Both sides emphasized the importance of continuously monitoring oil market developments.
Participants expressed once again their mutual interest in stable, transparent and predictable oil markets, with reasonable prices that are consistent with the need for healthy world economic growth and steady revenue streams for producing countries, and that are conducive to the expansion of capacity to meet rising oil demand. They recognised the importance of secure future demand for crude and products in spurring timely investment both upstream and downstream, thus contributing to greater security of supply.
The two parties believed that the world is becoming increasingly interdependent, with a complex energy system that is steadily developing into a more global and interconnected one, through physical infrastructures and markets. Dialogue, partnerships and transparency were, therefore, considered essential in addressing the world’s energy needs, in a predictable, stable and harmonious manner.
In this connection, they reaffirmed their recognition of the reciprocal nature of energy security, with security of supply and security of demand being two faces of the same coin. It was, furthermore, emphasised that every effort should be made to minimise uncertainties along the supply chain, in order to reduce investment risks and support long-term market stability.
In noting that oil will remain the world’s leading energy source for the foreseeable future, the meeting agreed that, in the long run, on the basis of present information, there are enough conventional and non-conventional oil resources globally to meet the expected significant growth in demand. At the same time, however, both parties welcomed the growing diversity in the energy mix, including renewables. With regard to biofuels specifically, their sustainability was discussed, especially the many potential impacts of their large-scale trade and use for energy purposes. The EU highlighted the scope to tackle such problems through an appropriate policy framework.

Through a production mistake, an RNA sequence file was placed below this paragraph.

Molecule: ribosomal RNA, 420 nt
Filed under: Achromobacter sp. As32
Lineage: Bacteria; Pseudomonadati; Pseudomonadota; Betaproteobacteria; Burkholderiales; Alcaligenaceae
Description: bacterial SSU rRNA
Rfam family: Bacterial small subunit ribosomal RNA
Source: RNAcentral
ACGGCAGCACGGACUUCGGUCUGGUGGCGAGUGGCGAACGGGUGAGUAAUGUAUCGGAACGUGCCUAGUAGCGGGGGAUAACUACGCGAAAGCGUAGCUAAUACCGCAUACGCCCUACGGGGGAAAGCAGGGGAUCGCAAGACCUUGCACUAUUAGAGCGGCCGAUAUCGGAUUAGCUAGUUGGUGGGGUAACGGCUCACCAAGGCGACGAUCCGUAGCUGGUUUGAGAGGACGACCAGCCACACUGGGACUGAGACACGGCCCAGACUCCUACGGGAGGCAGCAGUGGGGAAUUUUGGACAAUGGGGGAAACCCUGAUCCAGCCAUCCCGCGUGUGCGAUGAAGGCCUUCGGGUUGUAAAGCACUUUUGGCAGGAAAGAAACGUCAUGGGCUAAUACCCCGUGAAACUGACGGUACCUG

The meeting also addressed the issue of human resources. A shortage of skilled labour for drilling, engineering, procurement, construction and other services and a downturn in the number of students in energy fields were seen as hampering the industry’s orderly expansion, and thus constituting a serious reason for concern. The meeting, therefore, decided to address this issue in the energy dialogue. It also reiterated the importance of energy technology and its decision to set-up a task force for examining the establishment of an EU-OPEC energy technology centre.
The two parties noted the big contribution that the EU-OPEC energy dialogue could make to broader-based challenges facing mankind, notably environmental harmony, sustainable development and the eradication of poverty. They agreed that cleaner fossil fuel technologies should be promoted, to help foster economic growth and social progress, while contributing to the protection of the environment. They stressed, in particular, the need for the further development and deployment of CCS technology, since this would have a key role in reducing net emissions of greenhouse gases. Both sides recognised once again the essential nature of the Millennium Development Goals and the fact that access by the poor to modern energy services facilitated the achievement of these goals.
Accordingly, they agreed upon the following specific joint actions:
The fifth meeting of the EU-OPEC Energy Dialogue will be held in Brussels, Belgium, in June 2008.